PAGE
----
The Darker Side of the Eucharist

When I was looking for the scripture passage to accompany the Institution of the Eucharist for my newest book, The Luminous Mysteries, I had in mind to recreate the sort of Eucharistic feast that we participate in every Sunday. You know, as a kind of a nod to the actual Eucharist that we celebrate! A joyful feast that we all come together and break bread! So I would put in a scripture to remind people of the Eucharist, find some wonderful artworks of the Last Supper, and then that would be good.

Right?

So, when I was rereading the scripture of the Last Supper, I was startled to find that Judas often takes a very prominent role in the scripture of the Last Supper. Check it out:

504 Gateway Time-out


nginx

In our own Eucharistic feast, mind you, we don’t say that. But in the actual bible? It’s disturbing to see that Judas is present in that scene and that Jesus acknowledges Judas before He breaks bread.

So I thought about cutting out that part… briefly. That way, it would make it easier to concentrate on the glory of the Eucharist… or so I thought!

And then I started looking at images of the Last Supper.

And I changed my mind.

As uncomfortable as it makes me, Judas absolutely plays a pivotal role in the Last Supper. And the art traditions portray this, often showcasing Judas in a way to reminder viewers to follow Christ and the Apostles… and not Judas.

For instance, take a look at this painting. A lovely picture of the Last Supper, right? Jesus is even holding what looks very much what we recognize as a communion wafer! All the Apostles have halos which state their names.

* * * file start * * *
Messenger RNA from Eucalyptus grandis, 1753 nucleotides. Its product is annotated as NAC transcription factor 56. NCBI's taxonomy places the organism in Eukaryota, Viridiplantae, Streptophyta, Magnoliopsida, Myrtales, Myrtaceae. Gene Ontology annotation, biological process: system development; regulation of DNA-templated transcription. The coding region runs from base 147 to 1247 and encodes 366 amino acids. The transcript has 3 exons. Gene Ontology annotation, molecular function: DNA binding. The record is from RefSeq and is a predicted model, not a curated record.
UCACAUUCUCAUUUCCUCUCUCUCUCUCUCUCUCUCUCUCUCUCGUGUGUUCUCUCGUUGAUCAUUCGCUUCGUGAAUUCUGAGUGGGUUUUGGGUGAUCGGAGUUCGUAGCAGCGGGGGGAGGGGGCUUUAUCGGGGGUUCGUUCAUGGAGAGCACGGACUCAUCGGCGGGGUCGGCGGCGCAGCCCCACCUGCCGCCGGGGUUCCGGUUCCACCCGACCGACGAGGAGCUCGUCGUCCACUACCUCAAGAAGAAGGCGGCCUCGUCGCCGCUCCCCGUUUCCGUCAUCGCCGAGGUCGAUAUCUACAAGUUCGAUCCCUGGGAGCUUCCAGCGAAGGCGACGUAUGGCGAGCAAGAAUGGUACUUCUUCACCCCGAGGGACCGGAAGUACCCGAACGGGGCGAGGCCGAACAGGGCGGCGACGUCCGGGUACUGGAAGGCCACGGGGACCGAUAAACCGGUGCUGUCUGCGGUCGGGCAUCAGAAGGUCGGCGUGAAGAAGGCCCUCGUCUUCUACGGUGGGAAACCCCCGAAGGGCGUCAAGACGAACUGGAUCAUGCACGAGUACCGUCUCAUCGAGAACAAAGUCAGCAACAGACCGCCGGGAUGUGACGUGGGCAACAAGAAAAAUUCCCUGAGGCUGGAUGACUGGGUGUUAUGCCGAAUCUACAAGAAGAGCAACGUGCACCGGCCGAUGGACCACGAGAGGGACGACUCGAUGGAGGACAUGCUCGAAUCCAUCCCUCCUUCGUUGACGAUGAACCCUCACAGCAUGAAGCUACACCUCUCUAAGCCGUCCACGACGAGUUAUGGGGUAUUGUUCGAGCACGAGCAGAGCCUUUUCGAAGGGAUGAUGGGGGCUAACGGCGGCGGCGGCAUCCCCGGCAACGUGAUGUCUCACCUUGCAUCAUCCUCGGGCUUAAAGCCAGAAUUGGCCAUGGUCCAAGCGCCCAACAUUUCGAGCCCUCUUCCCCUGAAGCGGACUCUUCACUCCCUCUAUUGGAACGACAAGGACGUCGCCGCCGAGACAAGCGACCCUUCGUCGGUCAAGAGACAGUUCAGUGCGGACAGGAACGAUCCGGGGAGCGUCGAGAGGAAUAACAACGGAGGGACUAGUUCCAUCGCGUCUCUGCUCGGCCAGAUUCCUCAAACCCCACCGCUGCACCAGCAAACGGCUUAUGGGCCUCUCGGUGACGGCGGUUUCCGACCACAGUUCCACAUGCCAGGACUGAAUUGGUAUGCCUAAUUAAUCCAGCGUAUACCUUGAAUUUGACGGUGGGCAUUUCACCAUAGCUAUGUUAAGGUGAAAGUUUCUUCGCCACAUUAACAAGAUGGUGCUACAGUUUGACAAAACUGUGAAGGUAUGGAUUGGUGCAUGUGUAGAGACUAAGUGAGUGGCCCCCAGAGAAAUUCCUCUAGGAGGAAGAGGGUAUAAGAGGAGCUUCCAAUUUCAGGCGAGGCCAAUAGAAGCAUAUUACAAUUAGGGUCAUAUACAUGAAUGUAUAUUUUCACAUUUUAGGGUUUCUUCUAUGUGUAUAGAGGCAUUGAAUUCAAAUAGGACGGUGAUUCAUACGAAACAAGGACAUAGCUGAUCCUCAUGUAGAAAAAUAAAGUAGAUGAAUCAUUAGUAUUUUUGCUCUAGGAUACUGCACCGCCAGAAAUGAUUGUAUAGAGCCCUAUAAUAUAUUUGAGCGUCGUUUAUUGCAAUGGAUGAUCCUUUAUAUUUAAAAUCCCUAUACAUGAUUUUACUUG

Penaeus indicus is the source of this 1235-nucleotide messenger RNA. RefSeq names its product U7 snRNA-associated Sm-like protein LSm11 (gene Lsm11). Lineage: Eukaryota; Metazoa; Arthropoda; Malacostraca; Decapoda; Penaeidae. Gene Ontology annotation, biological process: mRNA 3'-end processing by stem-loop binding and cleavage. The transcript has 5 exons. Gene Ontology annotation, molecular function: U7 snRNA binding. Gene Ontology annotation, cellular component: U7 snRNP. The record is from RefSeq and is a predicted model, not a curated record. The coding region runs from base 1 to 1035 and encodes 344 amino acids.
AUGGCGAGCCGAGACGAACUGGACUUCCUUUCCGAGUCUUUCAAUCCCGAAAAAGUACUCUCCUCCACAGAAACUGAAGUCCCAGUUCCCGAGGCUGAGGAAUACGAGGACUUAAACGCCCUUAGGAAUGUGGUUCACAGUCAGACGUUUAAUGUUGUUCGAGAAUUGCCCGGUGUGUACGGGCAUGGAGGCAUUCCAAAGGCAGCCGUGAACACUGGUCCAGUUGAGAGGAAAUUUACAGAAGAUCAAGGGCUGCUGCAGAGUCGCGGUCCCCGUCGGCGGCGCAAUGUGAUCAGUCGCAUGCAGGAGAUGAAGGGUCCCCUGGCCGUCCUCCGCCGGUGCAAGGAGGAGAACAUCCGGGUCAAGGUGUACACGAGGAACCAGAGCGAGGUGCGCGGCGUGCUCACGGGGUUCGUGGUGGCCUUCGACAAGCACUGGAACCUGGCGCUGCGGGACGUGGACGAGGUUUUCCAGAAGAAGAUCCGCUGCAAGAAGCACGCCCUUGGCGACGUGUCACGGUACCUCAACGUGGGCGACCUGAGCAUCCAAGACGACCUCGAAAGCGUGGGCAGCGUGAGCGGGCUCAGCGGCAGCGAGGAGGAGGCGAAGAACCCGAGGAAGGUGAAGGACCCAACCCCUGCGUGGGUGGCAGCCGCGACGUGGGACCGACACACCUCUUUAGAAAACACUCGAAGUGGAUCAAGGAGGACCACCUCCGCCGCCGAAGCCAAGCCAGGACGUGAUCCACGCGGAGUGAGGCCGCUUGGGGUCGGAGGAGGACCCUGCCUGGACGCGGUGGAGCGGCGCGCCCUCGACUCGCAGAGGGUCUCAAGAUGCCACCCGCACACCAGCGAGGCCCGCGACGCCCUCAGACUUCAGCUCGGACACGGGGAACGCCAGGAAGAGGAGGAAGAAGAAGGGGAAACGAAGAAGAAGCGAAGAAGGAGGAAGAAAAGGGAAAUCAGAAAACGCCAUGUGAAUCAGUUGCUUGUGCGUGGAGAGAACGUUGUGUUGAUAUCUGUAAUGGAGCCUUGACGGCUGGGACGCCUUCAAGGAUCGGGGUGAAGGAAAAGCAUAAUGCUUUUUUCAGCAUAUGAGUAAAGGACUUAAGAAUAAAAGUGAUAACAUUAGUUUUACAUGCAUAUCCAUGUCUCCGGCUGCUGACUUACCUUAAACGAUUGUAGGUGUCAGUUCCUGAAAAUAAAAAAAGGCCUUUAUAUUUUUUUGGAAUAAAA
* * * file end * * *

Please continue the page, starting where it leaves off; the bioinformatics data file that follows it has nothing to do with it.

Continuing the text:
Except for Judas. He has no halo. And, just in case you don’t know his name already from that distinct lack of halo, he is sitting on his name.

The Last Supper, by Juan de Juanes, c. 1555-62. Museo del Prado, Madrid, Spain. Via IllustratedPrayer.com
The Last Supper, by Juan de Juanes, c. 1555-62. Museo del Prado, Madrid, Spain.

Then there’s the one that I featured on the cover of my book, The Luminous Mysteries. This one is a beautiful image that is wild and dream-like! Christ seems to be emitting light — after all, He is the Light of the World! All His disciples watch Him in rapt attention.

Except for Judas. He is turned away from Jesus, his eyes firmly shut.

The Last Supper, by William Blake, c. 1799. National Gallery of Art, Washington, D.C., United States. Via IllustratedPrayer.com
The Last Supper, by William Blake, c. 1799. National Gallery of Art, Washington, D.C., United States.

But these artworks, which were included in my book, were less hard on Judas than a lot of Last Supper pictures.

For instance, just take a look at this one:

The Last Supper, by Gerbrand van den Eeckhout, c. 1664. Rijksmuseum, Amsterdam, Netherlands. Via IllustratedPrayer.com
The Last Supper, by Gerbrand van den Eeckhout, c. 1664. Rijksmuseum, Amsterdam, Netherlands.